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Structural Changes in the Duration of Bull Markets and Business Cycle Dynamics
C12 - Hypothesis Testing
C22 - Time-Series Models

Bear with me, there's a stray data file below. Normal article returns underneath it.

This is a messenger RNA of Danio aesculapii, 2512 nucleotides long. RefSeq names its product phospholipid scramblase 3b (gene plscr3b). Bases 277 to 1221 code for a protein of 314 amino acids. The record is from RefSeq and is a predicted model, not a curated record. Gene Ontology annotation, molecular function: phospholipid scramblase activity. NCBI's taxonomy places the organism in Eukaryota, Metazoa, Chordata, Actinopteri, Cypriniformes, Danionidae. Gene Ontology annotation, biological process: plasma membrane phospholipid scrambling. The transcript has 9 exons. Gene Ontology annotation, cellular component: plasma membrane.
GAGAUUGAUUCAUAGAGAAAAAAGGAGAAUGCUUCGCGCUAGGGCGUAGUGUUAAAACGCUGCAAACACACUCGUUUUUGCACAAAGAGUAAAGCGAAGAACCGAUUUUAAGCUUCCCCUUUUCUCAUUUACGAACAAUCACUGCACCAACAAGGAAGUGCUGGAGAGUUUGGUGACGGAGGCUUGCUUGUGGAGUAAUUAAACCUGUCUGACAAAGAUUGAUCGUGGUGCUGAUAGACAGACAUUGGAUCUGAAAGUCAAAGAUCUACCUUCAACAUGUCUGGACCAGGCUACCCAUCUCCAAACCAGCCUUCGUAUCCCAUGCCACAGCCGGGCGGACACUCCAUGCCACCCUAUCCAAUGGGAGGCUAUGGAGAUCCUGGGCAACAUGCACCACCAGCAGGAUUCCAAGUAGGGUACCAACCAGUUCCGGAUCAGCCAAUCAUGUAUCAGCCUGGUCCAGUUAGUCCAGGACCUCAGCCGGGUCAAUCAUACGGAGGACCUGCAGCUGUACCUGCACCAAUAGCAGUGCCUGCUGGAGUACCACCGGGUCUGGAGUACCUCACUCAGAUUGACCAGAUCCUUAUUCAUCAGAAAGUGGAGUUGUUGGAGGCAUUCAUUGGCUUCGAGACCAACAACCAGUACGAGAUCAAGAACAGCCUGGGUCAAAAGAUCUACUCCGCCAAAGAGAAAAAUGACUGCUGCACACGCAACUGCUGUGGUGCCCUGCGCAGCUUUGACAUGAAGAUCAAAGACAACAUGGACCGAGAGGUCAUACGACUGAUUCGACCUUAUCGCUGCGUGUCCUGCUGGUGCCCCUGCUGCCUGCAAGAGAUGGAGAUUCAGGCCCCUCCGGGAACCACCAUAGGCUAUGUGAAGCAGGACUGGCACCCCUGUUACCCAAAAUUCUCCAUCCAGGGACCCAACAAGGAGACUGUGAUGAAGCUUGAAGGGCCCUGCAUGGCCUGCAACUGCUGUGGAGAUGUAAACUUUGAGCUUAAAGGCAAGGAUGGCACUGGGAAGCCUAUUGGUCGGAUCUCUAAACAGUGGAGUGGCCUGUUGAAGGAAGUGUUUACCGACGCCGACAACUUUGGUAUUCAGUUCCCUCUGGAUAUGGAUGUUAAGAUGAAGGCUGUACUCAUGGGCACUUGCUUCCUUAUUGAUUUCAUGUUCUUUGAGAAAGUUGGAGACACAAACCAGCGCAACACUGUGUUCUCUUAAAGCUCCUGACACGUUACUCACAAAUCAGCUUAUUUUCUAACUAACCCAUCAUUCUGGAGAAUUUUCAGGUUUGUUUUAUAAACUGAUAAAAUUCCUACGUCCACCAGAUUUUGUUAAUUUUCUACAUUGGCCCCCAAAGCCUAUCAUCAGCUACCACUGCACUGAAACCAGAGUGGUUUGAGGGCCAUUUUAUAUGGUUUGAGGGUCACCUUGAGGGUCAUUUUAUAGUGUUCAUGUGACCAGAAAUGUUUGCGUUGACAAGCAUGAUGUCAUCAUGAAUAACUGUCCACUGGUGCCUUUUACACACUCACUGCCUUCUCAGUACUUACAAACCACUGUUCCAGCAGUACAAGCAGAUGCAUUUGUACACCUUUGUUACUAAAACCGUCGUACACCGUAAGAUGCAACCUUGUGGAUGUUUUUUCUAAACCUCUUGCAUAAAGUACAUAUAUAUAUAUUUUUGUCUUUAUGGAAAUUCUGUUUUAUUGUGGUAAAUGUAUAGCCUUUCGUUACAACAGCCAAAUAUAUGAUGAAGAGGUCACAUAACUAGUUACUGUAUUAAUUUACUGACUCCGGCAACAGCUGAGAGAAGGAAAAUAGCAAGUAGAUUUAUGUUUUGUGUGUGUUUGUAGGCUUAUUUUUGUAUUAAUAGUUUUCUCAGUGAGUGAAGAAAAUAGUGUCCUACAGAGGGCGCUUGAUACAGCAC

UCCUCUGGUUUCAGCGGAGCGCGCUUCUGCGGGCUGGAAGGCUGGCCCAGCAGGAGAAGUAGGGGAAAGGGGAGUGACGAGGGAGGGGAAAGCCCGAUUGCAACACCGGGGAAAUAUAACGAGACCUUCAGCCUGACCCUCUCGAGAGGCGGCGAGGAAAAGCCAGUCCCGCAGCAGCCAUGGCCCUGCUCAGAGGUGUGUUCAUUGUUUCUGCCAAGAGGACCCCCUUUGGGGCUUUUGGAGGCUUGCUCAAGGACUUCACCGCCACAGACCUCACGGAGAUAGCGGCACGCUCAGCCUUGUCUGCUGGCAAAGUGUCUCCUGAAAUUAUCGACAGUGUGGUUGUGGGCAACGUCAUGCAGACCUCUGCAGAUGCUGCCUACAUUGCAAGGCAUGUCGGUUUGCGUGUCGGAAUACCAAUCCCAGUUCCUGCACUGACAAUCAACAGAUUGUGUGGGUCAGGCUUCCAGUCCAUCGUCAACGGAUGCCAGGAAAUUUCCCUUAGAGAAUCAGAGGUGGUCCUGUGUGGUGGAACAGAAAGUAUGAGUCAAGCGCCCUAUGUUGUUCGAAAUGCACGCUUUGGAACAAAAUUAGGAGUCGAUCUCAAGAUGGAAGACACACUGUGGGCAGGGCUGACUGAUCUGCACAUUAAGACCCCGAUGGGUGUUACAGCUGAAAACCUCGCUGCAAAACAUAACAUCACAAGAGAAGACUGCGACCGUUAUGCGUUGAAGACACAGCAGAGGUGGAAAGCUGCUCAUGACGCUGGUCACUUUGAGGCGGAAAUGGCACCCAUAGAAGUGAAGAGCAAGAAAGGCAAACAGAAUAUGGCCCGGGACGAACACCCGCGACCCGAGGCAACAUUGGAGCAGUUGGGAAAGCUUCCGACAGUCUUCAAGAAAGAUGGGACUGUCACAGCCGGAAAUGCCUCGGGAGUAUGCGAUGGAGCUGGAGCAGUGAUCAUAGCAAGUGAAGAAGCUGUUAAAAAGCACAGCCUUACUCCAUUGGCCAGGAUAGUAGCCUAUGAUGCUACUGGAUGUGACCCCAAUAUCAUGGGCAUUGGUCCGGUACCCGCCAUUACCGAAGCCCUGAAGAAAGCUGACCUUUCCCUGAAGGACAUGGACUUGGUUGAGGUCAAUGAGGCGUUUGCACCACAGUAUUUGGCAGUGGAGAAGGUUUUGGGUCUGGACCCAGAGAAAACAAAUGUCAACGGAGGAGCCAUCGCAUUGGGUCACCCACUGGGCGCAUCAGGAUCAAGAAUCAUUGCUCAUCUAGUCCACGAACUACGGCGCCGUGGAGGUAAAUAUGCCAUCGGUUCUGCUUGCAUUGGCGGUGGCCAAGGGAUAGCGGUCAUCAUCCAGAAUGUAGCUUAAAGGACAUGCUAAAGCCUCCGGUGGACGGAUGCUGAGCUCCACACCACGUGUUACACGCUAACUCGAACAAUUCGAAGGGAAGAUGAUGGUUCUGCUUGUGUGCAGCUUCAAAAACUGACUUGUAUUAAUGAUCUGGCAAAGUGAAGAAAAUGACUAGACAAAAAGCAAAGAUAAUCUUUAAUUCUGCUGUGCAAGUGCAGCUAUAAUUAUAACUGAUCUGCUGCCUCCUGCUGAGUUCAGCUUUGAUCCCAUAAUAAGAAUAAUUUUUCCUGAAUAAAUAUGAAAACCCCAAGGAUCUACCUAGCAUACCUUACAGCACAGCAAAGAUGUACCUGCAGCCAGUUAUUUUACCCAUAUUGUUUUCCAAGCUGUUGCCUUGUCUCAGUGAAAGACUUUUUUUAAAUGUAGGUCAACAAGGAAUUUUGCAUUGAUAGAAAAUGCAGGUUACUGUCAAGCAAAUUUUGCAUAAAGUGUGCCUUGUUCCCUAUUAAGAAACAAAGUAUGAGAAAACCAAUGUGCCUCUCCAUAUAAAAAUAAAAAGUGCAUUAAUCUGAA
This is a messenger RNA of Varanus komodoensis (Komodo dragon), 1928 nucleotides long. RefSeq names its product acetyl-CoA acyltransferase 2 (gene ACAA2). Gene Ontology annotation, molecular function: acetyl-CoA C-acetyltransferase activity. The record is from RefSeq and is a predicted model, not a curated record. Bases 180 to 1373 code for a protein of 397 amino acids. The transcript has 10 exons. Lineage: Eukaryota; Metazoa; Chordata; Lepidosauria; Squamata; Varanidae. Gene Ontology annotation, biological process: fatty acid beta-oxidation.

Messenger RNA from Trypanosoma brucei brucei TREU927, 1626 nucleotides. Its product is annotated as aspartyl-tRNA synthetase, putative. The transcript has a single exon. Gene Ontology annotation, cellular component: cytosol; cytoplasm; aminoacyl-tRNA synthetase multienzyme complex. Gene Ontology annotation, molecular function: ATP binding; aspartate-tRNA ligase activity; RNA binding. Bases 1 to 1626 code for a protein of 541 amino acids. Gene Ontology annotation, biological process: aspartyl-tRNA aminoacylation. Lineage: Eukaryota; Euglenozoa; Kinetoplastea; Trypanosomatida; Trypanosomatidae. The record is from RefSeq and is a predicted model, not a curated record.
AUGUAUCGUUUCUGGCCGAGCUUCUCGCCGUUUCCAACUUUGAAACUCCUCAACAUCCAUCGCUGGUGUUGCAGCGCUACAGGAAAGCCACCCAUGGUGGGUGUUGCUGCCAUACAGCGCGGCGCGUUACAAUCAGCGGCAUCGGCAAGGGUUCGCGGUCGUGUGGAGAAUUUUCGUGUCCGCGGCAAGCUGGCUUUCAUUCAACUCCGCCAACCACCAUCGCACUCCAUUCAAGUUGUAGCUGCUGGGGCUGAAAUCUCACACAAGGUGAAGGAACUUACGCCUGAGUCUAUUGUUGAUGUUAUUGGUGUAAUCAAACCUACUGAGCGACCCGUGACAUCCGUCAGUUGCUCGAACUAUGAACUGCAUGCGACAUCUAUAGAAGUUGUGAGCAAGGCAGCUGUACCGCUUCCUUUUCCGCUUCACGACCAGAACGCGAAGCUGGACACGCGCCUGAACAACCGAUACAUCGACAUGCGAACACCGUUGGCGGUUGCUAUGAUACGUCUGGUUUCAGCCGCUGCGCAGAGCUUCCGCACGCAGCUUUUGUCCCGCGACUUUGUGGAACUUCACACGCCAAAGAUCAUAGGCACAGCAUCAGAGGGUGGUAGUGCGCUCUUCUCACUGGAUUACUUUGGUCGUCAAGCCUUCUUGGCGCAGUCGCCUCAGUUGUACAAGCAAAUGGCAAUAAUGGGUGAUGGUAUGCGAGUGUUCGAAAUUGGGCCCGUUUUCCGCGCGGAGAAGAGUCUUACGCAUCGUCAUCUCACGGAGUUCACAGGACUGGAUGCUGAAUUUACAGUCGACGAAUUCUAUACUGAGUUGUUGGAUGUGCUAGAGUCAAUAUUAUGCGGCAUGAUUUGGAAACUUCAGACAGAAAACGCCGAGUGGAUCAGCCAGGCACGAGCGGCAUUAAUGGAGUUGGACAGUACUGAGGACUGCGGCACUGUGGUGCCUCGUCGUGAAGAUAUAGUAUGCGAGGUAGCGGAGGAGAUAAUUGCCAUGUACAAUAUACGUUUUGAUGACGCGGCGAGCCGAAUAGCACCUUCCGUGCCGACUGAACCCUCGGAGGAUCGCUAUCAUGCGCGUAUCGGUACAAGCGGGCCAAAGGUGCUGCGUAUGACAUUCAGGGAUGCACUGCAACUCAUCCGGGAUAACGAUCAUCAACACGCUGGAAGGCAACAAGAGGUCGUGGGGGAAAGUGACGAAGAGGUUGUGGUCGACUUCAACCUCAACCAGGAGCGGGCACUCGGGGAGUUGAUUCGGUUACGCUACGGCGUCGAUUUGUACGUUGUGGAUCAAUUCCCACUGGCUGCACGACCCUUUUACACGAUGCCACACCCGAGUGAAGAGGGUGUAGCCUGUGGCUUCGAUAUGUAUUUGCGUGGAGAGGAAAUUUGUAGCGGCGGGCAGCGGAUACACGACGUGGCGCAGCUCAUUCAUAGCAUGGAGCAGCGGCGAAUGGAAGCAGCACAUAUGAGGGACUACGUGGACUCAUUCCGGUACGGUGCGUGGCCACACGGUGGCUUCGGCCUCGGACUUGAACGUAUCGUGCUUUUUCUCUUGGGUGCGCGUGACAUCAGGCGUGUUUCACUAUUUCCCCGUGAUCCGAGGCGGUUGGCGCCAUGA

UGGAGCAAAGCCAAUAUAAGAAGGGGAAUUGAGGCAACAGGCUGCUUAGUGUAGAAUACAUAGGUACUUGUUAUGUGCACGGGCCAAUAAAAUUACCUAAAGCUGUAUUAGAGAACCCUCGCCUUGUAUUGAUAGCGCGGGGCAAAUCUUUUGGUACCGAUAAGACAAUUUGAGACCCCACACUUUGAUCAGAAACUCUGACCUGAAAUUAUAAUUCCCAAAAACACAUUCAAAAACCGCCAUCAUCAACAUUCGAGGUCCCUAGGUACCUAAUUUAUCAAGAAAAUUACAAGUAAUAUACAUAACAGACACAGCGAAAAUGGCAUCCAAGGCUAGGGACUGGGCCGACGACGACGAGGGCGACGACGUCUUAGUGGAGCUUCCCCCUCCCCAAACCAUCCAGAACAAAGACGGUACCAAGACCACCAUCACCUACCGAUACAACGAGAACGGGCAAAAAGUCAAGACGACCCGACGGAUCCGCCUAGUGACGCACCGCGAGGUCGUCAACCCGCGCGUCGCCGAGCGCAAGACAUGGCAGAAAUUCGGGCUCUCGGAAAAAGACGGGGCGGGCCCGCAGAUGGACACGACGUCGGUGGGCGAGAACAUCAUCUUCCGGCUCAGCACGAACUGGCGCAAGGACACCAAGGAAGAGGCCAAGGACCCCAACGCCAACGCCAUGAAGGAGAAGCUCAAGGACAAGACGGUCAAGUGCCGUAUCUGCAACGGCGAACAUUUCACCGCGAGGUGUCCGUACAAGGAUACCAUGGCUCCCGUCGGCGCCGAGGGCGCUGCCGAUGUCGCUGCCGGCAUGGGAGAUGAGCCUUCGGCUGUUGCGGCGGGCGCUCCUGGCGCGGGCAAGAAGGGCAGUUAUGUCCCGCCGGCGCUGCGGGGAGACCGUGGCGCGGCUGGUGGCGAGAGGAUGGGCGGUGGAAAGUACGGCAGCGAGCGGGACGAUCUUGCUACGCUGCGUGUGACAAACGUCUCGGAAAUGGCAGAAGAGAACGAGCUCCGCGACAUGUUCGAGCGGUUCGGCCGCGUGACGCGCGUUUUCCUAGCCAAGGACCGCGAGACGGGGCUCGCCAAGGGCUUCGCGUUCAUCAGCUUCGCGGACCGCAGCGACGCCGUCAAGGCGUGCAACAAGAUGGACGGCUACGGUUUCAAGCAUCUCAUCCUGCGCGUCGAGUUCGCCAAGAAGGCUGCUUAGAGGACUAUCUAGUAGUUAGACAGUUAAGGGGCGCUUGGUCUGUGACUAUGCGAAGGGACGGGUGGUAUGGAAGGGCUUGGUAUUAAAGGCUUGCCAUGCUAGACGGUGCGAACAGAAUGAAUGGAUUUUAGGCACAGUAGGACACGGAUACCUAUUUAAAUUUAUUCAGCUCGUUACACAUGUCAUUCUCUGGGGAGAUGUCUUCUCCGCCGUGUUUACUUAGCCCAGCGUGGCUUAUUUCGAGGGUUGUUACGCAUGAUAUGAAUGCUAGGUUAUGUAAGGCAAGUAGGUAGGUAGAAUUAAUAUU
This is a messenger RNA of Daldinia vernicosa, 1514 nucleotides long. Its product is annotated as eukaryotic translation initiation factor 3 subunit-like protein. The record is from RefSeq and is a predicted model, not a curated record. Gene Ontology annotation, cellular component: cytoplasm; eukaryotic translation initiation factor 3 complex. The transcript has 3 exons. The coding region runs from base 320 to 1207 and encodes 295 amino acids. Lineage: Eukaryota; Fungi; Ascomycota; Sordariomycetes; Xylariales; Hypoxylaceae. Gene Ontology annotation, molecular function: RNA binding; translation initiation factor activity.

This paper tests for structural changes in the duration of bull regimes of adjusted market capitalization stock indexes comprehending 18 developed and emerging economies, using a novel approach introduced by Nicolau (2016); and investigates whether the structural changes detected in the bull markets' duration are connected to the business cycle. Interestingly, the results show that structural changes in the duration of bull market regimes seem to anticipate periods of economic recession. The results provide statistically significant evidence that decreases in bull markets duration do not occur independently from economic crises, as 13 out of the 18 markets considered in our sample verify such decreases at least 12 months prior to the occurrence of an economic crisis. Additionally, these structural changes seem to affect smaller companies first, and then the larger ones. The association between decreases in the bull market regimes' duration and economic crises is possibly a consequence of the financial markets' leading behavior over the economy, with these structural changes serving as proxies for decreasing confidence in the financial markets, which naturally affects economic stability.